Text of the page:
Without great projects catering to all sections of the property market, we won’t deliver on the bold ambition to see 20,000 people living in our central city. That’s why I was so pleased to see the council outline their downtown housing development plan, ‘Project 8011’, designed to reduce the risks of investment, provide increased advice and support to developers and accelerate the delivery of housing in the central city.
Central to its success will be ensuring it is focused on working with and facilitating the private sector to deliver the developments we need. The CBD rebuild has been spearheaded by private developers, who have delivered high quality retail, office and hospitality offerings. We know that when properly enabled, the private sector is the best chance we have of ensuring success for Project 8011.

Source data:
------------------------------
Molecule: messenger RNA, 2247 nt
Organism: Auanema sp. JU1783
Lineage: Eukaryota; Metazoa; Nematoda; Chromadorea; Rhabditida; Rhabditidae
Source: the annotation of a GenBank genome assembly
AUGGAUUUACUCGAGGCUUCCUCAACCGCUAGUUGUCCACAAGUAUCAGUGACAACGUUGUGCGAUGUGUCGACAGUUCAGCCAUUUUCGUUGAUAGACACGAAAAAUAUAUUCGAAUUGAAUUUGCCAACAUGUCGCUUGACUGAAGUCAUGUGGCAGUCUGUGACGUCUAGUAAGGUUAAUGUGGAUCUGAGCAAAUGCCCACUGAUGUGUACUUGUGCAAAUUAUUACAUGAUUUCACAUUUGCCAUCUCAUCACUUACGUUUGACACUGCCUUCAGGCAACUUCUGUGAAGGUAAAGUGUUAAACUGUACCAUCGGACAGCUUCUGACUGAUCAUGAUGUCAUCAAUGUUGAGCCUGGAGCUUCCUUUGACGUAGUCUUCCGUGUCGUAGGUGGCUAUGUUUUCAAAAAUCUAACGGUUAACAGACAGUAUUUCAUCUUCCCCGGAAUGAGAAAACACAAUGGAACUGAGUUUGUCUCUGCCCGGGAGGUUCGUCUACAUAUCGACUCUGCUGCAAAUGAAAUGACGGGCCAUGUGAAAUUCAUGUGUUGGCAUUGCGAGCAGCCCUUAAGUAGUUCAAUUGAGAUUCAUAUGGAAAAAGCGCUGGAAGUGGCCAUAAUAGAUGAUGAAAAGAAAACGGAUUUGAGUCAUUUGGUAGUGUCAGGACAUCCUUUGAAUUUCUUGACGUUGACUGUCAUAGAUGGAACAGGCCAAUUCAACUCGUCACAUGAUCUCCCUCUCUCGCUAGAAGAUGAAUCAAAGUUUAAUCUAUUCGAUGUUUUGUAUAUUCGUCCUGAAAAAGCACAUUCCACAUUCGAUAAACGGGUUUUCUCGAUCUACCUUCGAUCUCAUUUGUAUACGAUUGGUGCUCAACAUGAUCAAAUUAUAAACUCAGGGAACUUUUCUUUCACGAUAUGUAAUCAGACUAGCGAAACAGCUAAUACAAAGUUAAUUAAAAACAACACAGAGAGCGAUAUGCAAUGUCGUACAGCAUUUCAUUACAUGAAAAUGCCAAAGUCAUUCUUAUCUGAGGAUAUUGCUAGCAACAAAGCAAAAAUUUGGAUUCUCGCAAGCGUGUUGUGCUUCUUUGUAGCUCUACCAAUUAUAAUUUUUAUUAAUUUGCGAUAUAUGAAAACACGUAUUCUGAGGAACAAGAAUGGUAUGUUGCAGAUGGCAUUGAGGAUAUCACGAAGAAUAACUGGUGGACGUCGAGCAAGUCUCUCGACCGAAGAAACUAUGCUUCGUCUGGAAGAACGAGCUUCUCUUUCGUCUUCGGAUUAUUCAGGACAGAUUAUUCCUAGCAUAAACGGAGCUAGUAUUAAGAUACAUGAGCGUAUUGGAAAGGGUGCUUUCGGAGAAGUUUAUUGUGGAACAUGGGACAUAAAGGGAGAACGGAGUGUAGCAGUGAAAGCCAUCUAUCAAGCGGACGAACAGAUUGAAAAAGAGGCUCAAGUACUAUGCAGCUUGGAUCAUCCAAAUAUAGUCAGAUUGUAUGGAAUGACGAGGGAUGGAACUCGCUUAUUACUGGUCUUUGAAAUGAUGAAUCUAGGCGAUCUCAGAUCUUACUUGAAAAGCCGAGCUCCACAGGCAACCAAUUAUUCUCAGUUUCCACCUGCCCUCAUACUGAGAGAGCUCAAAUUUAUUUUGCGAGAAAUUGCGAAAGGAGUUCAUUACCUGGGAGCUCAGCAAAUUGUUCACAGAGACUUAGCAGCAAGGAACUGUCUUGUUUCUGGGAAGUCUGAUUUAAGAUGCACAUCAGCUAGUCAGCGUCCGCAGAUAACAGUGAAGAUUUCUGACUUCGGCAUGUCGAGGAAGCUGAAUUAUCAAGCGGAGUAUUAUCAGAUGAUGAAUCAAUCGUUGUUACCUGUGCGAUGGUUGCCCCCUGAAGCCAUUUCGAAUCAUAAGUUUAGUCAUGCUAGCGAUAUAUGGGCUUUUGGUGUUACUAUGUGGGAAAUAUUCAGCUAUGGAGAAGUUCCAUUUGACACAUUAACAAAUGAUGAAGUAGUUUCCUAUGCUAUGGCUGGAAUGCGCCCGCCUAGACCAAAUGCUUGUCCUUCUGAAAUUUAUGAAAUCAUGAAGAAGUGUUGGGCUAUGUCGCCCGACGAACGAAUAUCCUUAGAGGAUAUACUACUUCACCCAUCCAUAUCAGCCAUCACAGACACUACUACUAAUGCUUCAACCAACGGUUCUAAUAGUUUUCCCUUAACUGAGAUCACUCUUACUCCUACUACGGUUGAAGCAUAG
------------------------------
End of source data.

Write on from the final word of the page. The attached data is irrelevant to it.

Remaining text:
We will see a raft of promotional activities soon to activate our central city. This is vital to the success of the fantastic developments we have seen so far. We are also entering another exciting period of openings, with the next few months welcoming Turanga, the Hoyts cinema complex, the central city Farmers’ Market and the Ballantynes extension.
These great projects will attract more people into the central city. We can’t afford to lose momentum in visitation to the CBD while we wait for these game-changing city assets to come online.
As the dynamics of our city continue to change, so to does the diversity of those that live and work in our city. But should we be doing more?